I've been reading since I was two, if you believe my mother. I don't recall exactly when I started wanting to be a writer, but I do recall when I began stopping myself from pursuing that dream. It was in college, when my artistic aspirations collided with the "need" to pursue something "sensible" and get some "real value" from my education.
Unfortunately, I didn't get much out of my pre-med classes or my science degree. Instead, I wound up with a lackluster college transcript, a lot of dead brain cells, and fifteen years of wandering around trying to figure out what to do with my life.
I looked into just about every career I could think of that held any interest for me: veterinary medicine, law, computer programming, culinary arts, photography, journalism, entrepreneurship, finance, music, film... I even finished my pre-med classes, took the MCAT, and applied to medical schools on two continents. Along the way, I somehow managed to collect an MBA and $40k in student loans.
Once, I tried to write a novel. In 2002, I set my standards very low and eventually met them, producing by 2004 101,000 words of garbage that I didn't believe in. When I got my first rejection, I stuffed the novel away. It was a good choice. I wasn't ready.
Now, after exhausting every career in the Occupational Outlook Handbook and O*Net, after completing every personality study from MBTI to Holland to enneagrams and astrology, and after fifteen years of frustration, misdirected anger, and intermittent therapy, I've finally grown enough to understand what it is I want to do.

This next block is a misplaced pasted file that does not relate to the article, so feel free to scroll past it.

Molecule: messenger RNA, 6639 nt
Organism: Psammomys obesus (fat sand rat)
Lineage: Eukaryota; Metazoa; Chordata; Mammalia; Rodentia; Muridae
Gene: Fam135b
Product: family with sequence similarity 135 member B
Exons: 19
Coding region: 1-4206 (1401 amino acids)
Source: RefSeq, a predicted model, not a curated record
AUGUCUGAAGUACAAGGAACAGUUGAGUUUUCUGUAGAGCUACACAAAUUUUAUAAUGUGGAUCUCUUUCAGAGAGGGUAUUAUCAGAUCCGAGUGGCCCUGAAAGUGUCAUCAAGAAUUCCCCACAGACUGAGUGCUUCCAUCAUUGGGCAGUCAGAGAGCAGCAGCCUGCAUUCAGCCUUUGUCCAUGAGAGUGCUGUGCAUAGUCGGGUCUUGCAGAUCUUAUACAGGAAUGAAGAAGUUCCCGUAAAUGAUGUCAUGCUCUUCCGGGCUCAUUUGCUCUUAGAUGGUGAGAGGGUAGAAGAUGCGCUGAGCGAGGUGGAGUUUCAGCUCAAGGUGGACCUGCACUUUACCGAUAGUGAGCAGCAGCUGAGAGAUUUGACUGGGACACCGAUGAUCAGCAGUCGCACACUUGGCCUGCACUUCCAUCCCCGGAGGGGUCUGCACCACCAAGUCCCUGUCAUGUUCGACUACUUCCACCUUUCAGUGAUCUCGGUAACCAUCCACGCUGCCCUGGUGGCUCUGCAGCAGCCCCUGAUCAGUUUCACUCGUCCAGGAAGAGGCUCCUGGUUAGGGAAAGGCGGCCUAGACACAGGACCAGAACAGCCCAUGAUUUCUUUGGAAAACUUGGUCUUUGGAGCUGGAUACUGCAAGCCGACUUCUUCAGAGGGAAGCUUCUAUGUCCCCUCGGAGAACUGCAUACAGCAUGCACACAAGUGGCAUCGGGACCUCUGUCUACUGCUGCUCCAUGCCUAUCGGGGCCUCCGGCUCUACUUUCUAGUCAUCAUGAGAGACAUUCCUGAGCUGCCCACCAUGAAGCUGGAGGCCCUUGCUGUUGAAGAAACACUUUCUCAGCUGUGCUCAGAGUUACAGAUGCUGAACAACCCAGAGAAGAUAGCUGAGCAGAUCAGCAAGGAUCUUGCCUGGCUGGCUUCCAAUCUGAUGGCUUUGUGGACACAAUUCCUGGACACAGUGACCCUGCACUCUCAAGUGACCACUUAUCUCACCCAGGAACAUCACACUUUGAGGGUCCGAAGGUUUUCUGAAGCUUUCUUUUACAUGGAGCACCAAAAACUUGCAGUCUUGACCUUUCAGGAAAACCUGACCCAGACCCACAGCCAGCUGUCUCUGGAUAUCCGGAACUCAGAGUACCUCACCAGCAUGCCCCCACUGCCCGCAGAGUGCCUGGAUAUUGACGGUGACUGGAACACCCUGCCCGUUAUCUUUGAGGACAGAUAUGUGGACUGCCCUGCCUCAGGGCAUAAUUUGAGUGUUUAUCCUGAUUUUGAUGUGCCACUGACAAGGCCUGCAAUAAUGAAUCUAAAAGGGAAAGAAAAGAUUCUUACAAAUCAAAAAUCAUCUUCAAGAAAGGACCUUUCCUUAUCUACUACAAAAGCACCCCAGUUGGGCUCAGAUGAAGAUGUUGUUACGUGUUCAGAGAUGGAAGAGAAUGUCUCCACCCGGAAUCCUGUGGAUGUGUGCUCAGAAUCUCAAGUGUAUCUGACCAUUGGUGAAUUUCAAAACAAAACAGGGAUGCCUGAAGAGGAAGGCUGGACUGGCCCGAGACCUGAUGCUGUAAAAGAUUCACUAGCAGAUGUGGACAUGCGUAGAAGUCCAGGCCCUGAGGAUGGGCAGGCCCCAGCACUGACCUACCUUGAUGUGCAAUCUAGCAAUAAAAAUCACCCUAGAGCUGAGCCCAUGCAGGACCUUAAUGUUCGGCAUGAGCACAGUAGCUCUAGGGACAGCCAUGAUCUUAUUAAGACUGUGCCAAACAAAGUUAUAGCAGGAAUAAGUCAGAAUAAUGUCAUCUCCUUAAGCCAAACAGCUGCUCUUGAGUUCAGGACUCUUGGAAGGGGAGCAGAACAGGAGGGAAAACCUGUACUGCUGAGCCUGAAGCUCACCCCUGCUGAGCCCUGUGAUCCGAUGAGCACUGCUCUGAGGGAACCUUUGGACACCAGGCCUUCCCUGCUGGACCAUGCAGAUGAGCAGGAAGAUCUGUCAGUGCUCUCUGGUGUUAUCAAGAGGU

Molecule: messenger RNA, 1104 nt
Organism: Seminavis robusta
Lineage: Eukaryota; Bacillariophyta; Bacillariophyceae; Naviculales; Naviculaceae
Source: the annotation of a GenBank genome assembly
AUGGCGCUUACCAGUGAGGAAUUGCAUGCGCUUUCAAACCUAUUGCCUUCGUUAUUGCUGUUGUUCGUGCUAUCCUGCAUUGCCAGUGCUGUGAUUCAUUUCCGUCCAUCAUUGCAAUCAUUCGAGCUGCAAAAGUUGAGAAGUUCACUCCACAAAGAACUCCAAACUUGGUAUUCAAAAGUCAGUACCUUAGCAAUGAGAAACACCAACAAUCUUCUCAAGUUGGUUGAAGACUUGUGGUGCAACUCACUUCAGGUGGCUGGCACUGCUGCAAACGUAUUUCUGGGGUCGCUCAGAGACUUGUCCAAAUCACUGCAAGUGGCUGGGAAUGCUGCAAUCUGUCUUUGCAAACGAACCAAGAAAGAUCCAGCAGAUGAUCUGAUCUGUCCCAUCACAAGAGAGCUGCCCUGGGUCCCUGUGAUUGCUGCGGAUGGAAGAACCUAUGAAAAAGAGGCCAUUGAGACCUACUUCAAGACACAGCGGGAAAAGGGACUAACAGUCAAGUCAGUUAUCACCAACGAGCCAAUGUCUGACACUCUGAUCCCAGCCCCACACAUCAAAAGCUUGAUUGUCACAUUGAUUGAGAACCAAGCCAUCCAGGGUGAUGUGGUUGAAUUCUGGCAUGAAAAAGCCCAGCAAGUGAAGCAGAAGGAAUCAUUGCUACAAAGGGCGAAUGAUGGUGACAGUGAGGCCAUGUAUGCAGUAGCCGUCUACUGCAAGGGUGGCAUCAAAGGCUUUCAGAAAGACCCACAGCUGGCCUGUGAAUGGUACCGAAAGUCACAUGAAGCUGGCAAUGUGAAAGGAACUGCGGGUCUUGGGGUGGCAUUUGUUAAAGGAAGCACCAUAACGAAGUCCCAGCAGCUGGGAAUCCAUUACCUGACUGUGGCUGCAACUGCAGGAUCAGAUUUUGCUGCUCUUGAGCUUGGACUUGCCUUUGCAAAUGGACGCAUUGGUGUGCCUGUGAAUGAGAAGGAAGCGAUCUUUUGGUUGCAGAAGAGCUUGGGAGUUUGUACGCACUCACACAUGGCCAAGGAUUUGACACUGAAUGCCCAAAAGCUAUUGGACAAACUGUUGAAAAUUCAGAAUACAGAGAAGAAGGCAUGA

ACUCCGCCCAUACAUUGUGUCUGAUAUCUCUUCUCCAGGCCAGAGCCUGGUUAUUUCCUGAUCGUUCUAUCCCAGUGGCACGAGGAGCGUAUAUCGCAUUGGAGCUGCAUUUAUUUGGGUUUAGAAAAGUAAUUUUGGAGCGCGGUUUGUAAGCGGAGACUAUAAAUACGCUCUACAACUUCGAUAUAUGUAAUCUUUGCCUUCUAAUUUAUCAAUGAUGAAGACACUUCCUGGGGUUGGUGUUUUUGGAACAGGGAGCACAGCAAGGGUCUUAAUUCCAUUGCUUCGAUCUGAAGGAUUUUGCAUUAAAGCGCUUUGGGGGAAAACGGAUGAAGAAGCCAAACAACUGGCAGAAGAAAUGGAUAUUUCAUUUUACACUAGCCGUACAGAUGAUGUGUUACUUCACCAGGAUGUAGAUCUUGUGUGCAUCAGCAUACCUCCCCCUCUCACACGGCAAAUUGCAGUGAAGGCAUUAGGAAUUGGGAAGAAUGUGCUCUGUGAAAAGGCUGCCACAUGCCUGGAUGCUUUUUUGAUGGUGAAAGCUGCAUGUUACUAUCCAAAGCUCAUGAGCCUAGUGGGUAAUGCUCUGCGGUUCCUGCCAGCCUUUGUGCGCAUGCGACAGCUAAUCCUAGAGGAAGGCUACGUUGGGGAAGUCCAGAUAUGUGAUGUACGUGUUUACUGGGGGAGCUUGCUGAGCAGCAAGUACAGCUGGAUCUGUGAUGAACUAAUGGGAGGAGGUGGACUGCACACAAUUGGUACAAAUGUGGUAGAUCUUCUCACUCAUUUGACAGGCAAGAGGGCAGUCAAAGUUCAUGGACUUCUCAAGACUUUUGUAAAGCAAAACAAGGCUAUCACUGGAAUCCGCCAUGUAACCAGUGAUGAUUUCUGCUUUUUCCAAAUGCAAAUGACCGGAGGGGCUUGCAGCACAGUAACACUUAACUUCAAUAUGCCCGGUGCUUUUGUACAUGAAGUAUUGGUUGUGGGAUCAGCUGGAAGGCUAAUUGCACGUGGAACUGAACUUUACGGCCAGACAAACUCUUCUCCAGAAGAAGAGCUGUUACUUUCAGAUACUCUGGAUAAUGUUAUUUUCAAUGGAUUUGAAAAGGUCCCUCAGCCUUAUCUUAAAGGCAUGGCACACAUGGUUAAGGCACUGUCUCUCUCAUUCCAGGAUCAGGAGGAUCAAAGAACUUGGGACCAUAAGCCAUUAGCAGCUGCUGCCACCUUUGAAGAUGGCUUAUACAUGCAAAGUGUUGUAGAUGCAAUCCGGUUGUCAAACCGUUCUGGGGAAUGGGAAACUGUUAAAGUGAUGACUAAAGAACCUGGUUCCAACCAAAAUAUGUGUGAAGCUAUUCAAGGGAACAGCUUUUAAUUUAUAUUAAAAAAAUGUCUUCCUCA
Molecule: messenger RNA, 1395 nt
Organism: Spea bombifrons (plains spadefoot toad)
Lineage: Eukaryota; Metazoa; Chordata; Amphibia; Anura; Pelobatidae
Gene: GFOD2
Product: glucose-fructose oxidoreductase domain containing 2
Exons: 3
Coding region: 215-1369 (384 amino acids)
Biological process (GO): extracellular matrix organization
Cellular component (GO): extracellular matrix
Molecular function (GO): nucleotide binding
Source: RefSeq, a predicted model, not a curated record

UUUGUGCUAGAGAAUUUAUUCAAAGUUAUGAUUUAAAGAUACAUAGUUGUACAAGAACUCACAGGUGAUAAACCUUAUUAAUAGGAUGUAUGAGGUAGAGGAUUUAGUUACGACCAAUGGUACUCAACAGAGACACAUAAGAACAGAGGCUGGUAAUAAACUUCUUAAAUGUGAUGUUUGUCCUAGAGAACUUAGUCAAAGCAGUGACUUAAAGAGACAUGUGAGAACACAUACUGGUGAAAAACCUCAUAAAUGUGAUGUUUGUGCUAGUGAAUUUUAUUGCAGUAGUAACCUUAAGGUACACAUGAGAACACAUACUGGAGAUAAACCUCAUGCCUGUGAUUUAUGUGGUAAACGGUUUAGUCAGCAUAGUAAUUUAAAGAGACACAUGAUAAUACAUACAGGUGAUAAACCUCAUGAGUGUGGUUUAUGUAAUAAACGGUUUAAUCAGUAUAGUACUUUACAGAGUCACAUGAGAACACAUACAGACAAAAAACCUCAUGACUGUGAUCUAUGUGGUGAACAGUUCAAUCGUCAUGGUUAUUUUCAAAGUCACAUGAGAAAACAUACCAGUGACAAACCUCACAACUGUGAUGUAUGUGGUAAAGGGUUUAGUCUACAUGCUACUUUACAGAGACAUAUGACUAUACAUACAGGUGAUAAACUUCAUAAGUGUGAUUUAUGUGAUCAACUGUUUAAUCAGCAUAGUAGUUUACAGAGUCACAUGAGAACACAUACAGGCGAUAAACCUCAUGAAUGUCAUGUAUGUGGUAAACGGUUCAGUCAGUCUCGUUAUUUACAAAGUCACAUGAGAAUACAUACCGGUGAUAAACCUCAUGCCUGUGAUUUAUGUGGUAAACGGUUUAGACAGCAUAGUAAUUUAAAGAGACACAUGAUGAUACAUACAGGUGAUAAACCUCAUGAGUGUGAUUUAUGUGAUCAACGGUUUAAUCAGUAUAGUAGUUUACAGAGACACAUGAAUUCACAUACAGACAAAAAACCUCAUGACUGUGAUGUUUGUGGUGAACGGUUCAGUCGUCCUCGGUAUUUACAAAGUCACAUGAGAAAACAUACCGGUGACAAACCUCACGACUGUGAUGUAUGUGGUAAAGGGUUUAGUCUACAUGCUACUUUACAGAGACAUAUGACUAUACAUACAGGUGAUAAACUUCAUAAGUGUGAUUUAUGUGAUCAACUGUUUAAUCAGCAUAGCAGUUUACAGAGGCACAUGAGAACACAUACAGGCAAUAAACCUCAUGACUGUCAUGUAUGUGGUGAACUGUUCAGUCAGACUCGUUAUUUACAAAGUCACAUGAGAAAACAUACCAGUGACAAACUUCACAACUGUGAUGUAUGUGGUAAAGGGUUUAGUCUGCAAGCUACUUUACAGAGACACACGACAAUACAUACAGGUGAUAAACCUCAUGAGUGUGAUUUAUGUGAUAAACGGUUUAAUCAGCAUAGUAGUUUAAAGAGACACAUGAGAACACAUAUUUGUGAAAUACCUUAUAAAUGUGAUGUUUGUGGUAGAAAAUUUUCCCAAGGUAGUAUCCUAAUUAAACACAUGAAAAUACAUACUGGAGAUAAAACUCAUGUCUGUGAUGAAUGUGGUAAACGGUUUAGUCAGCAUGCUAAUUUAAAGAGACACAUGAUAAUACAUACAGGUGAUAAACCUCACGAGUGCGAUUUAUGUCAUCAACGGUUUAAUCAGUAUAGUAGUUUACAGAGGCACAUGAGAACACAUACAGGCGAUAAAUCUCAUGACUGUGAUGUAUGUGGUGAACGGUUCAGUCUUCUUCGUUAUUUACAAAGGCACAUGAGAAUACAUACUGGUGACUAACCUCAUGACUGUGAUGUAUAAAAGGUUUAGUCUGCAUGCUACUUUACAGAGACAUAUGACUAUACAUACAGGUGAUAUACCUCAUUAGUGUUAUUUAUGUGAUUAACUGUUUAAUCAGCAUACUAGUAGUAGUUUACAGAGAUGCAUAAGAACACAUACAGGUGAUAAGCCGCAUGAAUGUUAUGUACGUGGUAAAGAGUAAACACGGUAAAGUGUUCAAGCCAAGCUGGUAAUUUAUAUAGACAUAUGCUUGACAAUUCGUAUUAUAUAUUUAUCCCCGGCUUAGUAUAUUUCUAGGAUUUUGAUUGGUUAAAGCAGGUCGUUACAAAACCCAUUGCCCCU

I want to write novels.
So, that's what I'm doing now. They say you have to write a million words of junk before you get to something worthwhile. I've only written about 250,000 in my days, probably, but I've suffered enough (so I feel) to equal a million words. I'm hoping that will appease the writing gods and allow my current project some success.
I've started this site to chronicle my efforts at re-vision of the novel I abandoned years ago. It will be a drastic change, one that leaves the original first draft from 2004 unrecognizable. My standards are high, where they should be. I will meet them.
I use as strength and inspiration Steven Pressfield's incredible book The War of Art: Break Through the Blocks and Win Your Inner Creative Battles.
I'm journaling each day before I write, as a sort of warm-up. I post those daily entries here. Some are substantial and meaningful; others not so much. My hope is that the finished chronicle will provide some insight into the process I will have followed in finishing this novel. including the struggles and successes along the way.
I'm also adding a section for writing exercises. Once each week, I'll post a writing exercise from a writing book on my bookshelf and complete the exercise myself. This is a way for me to continue to improve my skills as a writer, to fill my toolbox and provide more options to me as I write my first novel and others in the future. I hope anyone who comes across these exercises will also do the exercise and post their results. This isn't a workshop; there will be no critiques from me (though I welcome comments and reactions to my work from anyone who cares to post them), but I think it would be fun to see how others interpret the exercise. Plus, it'll get us all writing, which is the most important thing.
As Steven Pressfield quotes, "It is one thing to study war, and another to live the warrior's life." The writing is the thing.
To the writing.